Prices of homes for sale around the world will still rise in 2022 but at slower rates, according to FitchRatings. It attributes this slowdown to increases in mortgage interest rates, more regulatory interventions, and unaffordability to many. It also foresees that construction will continue to lag due to constant supply chain shortages. On Brink by MarshMcLennan, analysts do not expect the shortages to be resolved this year
Kalkine Media points out that the United Kingdom has already started increasing its interest rates, and New Zealand has done so by 0.5 percent to 0.75 percent. By the end of the year, the U.S. 30-year mortgage interest rate is expected to reach 3.6 percent.
Apart from these, there are more developments that analysts expect to emerge from the real estate sector this year. On Euronews, JLL Global Director of Capital Markets Research Sean Coghlan stated that there could be numerous opportunities in innovation and design this year, driven by technology and sustainability.
Impact of Climate Change
There were many extreme weather events in 2021, including hurricanes, massive flooding, winter storms, heat waves, drought, and heat-triggered wildfires. Experts state that residential properties located in and near areas affected by these disasters will suffer from low demand and, therefore, lower prices. People will tend to look elsewhere since these weather events are cyclical and are expected to reoccur. Examples of areas affected in the U.S. are California, Florida, Texas, and Louisiana. Various countries have their own vulnerable localities.
Also, because of climate change, people are now embracing sustainability. Energy-efficient homes will have an advantage. Buyers will be looking for safe insulation, leak-free home sealing, and energy-efficient windowpanes and roofing. A rainwater catchment system will be a plus. In addition, solar panels used to help power the home will draw in many buyers.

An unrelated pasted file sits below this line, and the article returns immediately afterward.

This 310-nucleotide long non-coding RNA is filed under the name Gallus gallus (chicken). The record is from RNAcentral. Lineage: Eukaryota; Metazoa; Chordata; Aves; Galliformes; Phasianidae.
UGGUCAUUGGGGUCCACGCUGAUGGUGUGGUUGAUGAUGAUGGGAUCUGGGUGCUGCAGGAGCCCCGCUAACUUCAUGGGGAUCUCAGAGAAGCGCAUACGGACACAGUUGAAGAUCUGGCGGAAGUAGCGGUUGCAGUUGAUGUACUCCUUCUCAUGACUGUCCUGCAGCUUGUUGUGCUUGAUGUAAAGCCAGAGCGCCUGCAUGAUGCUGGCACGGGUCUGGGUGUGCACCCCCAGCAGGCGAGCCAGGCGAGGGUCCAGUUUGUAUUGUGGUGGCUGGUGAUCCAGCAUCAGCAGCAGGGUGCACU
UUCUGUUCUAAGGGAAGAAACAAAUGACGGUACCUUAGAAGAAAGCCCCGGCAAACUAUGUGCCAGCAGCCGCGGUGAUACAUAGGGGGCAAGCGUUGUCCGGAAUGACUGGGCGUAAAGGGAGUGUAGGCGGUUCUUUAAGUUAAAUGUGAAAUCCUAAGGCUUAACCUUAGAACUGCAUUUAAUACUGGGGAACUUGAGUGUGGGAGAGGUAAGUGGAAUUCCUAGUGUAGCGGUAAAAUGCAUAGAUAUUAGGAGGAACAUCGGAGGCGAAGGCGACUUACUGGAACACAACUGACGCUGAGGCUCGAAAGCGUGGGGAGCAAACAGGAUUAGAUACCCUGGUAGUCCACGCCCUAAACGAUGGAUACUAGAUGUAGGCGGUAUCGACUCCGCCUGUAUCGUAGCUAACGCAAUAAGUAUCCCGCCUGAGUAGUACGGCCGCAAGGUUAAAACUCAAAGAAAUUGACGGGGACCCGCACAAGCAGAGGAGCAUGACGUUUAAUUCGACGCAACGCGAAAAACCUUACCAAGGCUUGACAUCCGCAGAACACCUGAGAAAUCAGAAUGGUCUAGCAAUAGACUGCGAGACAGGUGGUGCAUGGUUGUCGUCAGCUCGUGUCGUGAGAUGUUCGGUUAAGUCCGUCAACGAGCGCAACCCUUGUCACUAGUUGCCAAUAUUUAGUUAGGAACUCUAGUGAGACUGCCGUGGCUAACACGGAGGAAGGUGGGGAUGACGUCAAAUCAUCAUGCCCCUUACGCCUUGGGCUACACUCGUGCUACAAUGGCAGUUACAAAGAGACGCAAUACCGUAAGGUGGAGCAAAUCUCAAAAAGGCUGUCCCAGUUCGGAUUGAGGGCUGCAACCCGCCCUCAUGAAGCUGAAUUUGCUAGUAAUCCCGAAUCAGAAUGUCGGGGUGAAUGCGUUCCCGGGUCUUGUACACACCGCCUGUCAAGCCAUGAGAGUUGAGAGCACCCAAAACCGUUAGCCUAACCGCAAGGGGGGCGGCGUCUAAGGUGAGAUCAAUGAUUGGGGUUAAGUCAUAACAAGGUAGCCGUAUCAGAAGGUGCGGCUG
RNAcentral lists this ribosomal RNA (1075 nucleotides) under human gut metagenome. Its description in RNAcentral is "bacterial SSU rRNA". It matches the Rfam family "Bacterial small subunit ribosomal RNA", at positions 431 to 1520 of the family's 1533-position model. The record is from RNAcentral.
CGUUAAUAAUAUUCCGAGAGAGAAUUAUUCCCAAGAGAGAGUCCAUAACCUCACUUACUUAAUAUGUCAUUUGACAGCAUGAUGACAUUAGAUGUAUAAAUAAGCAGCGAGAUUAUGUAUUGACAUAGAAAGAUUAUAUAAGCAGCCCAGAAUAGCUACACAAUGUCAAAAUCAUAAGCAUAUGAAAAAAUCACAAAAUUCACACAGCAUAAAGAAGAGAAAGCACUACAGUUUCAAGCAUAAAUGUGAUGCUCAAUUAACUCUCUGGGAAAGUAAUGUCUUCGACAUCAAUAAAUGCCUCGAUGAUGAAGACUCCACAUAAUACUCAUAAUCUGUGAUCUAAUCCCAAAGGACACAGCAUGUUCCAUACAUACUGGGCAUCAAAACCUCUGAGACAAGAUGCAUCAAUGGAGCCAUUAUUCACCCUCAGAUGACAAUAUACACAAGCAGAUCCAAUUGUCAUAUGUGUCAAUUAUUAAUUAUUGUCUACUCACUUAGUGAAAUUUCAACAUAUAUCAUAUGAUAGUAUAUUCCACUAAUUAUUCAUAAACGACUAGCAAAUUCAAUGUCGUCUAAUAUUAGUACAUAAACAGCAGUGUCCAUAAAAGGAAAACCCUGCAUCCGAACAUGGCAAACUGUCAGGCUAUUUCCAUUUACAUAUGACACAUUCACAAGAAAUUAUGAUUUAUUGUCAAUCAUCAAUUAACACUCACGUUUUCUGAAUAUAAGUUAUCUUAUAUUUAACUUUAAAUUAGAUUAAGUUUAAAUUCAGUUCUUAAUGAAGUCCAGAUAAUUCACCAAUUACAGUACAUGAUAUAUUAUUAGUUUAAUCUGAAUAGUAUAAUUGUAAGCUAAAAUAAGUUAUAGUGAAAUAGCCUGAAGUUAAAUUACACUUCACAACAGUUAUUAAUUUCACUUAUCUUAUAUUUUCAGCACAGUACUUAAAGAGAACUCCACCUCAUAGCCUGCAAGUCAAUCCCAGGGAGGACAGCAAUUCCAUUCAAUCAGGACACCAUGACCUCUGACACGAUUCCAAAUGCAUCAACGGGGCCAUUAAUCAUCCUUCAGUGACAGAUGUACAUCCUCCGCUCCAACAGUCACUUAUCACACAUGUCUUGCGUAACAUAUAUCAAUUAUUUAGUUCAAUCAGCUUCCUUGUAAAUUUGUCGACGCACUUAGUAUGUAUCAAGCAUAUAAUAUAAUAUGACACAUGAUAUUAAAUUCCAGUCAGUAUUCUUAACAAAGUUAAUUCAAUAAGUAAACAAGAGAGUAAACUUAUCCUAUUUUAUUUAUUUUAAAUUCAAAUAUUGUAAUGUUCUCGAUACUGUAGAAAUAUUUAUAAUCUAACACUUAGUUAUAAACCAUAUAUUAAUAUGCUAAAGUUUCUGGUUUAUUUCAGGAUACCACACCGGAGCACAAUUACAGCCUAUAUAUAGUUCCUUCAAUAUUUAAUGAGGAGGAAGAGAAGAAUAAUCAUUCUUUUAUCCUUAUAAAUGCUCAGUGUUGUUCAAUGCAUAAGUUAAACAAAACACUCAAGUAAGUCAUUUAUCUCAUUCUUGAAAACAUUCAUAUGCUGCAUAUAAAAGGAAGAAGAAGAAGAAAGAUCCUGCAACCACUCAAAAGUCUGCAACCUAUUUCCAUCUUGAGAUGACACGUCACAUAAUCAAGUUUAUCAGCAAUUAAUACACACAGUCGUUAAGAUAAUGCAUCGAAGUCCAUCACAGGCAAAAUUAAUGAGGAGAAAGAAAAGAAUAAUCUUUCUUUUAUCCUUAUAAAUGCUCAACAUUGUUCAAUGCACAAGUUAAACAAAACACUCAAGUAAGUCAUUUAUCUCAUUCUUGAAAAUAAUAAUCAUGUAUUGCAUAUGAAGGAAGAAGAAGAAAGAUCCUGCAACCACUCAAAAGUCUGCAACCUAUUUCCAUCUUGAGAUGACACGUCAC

Smart homes are the new must-haves, and these are equipped with energy-saving features. Among these are lighting, heating, and cooling systems that automatically adjust based on the occupancy of a room. Homeowners will no longer have to worry about turning off the lights, heater, or air conditioner when there is no one in the room.
Smart homes offer not just energy efficiency but also utmost convenience. A digital security system with biometrics does away with keys. Household members just need to press their thumbs to the lock. Smart appliances can be controlled from a single hub or a smartphone and can be preprogrammed to turn on or off at certain times. For instance, a smart vacuum cleaner can function after everyone has left the house. It will clean from room to room on a single floor, reaching corners and beneath the furniture. It has a sensor that sweeps the room and tracks its progress to ensure that it covers every square inch of the floor. Curtains can roll shut across windows at sundown and roll open when the sky is bright outside.
Digital technology will also be more widely used in selling houses. Likewise, it will be beneficial when purchasing homes for sale. With Covid-19 Omicron again keeping most people at home, virtual tours will be more common than in-person house tours. As virtual reality headsets and software become more popular, these virtual walkthroughs will become even more immersive and 3D.
Builders will also be relying more and more on technology. This will come in handy, especially with the shortage of manpower. New technological advancements in the construction industry enable builders to finish a project with fewer workers in fewer days. This can be done with modular houses whose parts are built in a factory and are put together on site. The shortage in construction materials can be partly solved with 3D printing. These can also lower the cost of construction and the price of houses.
Soon, buyers and sellers will be transacting not just in cash but also in digital currency. Bitcoin and other cryptocurrencies are making their way into real-world transactions.
With many people now working from home, home design needs to be flexible and adaptable to changing needs. Instead of having solid walls that divide rooms, the house of the future must have movable furniture, including closets, for easy reconfiguration. This way, the homeowner can create a home office or classroom, adding light dividers as needed.
The furniture must maximize storage. For instance, beds and coaches can have storage underneath. Furniture must also have different configurations. For example, a coffee table can fold out to be a dining table seating six people. When not in use for meals, it takes up a smaller space.
These features will also enable homeowners to make the most of a small house. Given the prices of homes these days, first-time buyers can only afford small houses. Taking the cue from the tiny house movement, though, a lot can be done in small spaces.